Weymiss Bay – Rothesay, Isle of Bute
And of course, I have been researching the cetaceans that live and use the Hebrides. Twenty-three species of cetacean have been recorded here, that’s more than a quarter of all the world’s species. The most frequently seen is the harbour porpoise, and the density of harbour porpoises in the Hebrides is thought to be the highest in Europe, with around 5,000 of them living here. It’s also a minke whale hotspot, the second most frequently seen cetacean here, followed by common dolphins, bottlenose dolphins, white-beaked dolphins, and Risso’s dolphins. Some people are treated to occasional killer whale and humpback whale sightings too, and the deeper waters, especially around the outer isles, can throw up some real surprises like sperm whales and even Cuvier’s beaked whales!
This is me on route to Waternish Point, a brilliant spot to see harbour porpoises and minke whales from land. However, the path turned into a knee-high bog from the recent wet weather, so that, plus a herd of excitable cows, meant I didn’t make it all the way to the point! I plan to return with my waders, or maybe after a few days of sunshine.
When I first began volunteering with ORCA as a Wildlife Officer in the Bay of Biscay in 2015 we recorded all our sightings on handwritten forms. We then had to type them up into a digital format in the evenings. It could be very hectic in Biscay as animals pop up just minutes apart, so we would be frantically trying to write down GPS coordinates and the sighting details such as species, numbers, and behaviours. When I returned to do a paid position in Biscay as a Wildlife Officer in 2017 we were lucky enough to record all our sightings on Loggers, mini touch screen computers that saved us so much time out on the surveys and from typing long into the night in our cabins. But this season I am going to be trialling collecting all our sightings data from the Hebrides on the new ORCA OceanWatchers App! I find it amazing how the technology of recording wildlife has changed even in the time I have been working in conservation and that people can now scientifically monitor our natural world with their mobile phones! That’s the beauty of citizen science, you can now reach into your pocket and send off information that can have a direct positive effect on the wildlife around you, just by making people aware of its presence and abundance and therefore providing evidence for its protection.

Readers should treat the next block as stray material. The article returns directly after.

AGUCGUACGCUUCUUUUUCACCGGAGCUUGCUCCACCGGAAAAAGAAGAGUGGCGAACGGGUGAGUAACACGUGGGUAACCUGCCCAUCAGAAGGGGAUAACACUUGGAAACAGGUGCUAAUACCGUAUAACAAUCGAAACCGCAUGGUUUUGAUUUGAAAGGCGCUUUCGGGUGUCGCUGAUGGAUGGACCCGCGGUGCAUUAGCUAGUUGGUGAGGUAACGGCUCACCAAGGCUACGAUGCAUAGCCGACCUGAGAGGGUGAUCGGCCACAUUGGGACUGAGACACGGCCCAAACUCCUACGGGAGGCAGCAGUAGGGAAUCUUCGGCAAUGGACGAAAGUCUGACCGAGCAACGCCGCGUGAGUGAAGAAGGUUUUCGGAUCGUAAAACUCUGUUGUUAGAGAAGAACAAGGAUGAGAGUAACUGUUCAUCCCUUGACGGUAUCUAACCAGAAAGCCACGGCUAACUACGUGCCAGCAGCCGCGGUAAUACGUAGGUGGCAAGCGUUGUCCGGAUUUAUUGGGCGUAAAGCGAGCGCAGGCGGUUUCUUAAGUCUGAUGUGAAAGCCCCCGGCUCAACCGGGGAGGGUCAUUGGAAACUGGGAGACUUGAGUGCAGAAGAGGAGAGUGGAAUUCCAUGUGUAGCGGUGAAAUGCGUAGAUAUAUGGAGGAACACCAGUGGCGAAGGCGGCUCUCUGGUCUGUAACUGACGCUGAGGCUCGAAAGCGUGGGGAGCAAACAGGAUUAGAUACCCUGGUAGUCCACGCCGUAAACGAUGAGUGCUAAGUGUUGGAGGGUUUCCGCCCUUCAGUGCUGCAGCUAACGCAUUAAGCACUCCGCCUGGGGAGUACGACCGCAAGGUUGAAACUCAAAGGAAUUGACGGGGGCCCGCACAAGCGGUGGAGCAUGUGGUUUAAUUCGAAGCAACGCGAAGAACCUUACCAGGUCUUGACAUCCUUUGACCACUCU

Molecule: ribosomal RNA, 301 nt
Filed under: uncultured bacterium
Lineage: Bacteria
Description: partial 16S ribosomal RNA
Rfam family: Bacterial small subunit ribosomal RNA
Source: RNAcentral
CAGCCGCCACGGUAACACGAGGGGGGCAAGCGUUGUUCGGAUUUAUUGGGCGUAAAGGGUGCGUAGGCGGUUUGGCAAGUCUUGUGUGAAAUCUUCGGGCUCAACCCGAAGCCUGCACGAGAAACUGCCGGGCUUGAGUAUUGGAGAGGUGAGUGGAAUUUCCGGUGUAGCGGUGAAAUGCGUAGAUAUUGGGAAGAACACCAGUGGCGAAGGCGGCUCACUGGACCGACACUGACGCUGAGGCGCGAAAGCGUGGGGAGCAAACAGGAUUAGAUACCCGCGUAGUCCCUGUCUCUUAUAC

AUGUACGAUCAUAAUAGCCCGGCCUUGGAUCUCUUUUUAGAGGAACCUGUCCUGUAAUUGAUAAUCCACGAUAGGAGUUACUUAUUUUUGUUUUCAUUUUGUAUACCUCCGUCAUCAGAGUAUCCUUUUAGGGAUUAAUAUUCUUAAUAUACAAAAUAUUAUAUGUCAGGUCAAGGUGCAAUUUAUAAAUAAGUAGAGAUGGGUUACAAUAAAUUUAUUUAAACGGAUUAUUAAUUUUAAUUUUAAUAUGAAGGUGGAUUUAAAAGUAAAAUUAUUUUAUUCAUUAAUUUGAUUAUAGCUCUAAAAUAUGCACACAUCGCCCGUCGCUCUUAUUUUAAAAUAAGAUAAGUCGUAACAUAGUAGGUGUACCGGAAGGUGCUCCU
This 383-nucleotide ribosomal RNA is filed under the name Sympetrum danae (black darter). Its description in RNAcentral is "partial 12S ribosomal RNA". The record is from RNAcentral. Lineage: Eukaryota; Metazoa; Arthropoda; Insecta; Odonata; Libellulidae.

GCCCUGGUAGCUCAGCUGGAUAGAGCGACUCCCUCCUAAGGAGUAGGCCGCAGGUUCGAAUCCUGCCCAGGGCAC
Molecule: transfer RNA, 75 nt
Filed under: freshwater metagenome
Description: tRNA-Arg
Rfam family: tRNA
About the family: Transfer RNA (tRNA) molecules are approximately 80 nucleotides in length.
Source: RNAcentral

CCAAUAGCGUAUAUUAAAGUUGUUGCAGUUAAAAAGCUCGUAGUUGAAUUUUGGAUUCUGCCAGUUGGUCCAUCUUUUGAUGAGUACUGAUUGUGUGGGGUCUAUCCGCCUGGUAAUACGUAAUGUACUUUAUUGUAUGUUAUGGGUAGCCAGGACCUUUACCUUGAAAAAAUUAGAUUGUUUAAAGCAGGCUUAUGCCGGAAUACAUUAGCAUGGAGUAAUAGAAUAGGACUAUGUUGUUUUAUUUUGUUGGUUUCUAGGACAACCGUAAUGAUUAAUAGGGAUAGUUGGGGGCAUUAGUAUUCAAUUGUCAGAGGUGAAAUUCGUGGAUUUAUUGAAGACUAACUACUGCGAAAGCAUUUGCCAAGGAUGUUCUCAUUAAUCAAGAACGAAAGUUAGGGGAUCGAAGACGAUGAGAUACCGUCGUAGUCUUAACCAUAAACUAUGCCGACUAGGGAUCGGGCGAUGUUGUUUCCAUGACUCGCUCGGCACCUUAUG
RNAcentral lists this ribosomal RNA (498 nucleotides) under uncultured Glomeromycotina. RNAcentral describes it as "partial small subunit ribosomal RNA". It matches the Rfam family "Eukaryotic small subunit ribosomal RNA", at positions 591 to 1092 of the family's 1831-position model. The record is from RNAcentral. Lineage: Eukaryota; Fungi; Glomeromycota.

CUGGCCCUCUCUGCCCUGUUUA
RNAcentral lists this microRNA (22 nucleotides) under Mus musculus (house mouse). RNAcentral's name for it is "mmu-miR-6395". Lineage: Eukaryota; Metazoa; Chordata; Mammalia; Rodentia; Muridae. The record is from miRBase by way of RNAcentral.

Here’s me and my partner in crime Becky in 2015, back when our hands ached from writing down all the survey data from the hundreds of common dolphins that visited us in the Bay of Biscay.
During April I am planning to do a few tester trips out on the ferries (COVID restrictions depending), getting to grips with the routes and trying out the ORCA OceanWatchers App for the first time. So hopefully in my next blog, I will be able to report back with some cetacean sightings! Some migratory species such as the minke whales have already been spotted returning to Scotland having spent the winter in warmer waters, so fingers crossed for calm sea states and a whaley good survey season! Yes, I whaley did write that pun ……TWICE!